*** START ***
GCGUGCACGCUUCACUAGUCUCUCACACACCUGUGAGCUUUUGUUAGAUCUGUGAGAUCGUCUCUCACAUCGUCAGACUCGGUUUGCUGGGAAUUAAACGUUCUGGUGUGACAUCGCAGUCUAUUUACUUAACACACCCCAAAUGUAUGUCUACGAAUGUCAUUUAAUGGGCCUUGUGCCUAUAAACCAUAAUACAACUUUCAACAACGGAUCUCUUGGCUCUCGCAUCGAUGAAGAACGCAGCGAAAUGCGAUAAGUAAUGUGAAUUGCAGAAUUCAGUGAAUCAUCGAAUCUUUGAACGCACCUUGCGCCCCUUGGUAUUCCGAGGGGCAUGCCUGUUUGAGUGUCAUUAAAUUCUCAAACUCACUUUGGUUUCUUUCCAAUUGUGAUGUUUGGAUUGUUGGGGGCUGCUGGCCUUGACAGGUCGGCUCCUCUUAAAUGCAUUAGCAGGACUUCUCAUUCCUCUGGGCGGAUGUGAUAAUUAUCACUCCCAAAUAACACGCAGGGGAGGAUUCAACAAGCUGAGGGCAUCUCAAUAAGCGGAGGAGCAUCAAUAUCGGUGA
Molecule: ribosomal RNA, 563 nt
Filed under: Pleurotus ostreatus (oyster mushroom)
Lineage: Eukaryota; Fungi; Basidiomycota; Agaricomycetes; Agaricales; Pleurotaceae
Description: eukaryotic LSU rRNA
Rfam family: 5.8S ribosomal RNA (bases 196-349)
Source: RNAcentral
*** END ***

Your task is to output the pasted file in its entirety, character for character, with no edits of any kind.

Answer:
GCGUGCACGCUUCACUAGUCUCUCACACACCUGUGAGCUUUUGUUAGAUCUGUGAGAUCGUCUCUCACAUCGUCAGACUCGGUUUGCUGGGAAUUAAACGUUCUGGUGUGACAUCGCAGUCUAUUUACUUAACACACCCCAAAUGUAUGUCUACGAAUGUCAUUUAAUGGGCCUUGUGCCUAUAAACCAUAAUACAACUUUCAACAACGGAUCUCUUGGCUCUCGCAUCGAUGAAGAACGCAGCGAAAUGCGAUAAGUAAUGUGAAUUGCAGAAUUCAGUGAAUCAUCGAAUCUUUGAACGCACCUUGCGCCCCUUGGUAUUCCGAGGGGCAUGCCUGUUUGAGUGUCAUUAAAUUCUCAAACUCACUUUGGUUUCUUUCCAAUUGUGAUGUUUGGAUUGUUGGGGGCUGCUGGCCUUGACAGGUCGGCUCCUCUUAAAUGCAUUAGCAGGACUUCUCAUUCCUCUGGGCGGAUGUGAUAAUUAUCACUCCCAAAUAACACGCAGGGGAGGAUUCAACAAGCUGAGGGCAUCUCAAUAAGCGGAGGAGCAUCAAUAUCGGUGA
Molecule: ribosomal RNA, 563 nt
Filed under: Pleurotus ostreatus (oyster mushroom)
Lineage: Eukaryota; Fungi; Basidiomycota; Agaricomycetes; Agaricales; Pleurotaceae
Description: eukaryotic LSU rRNA
Rfam family: 5.8S ribosomal RNA (bases 196-349)
Source: RNAcentral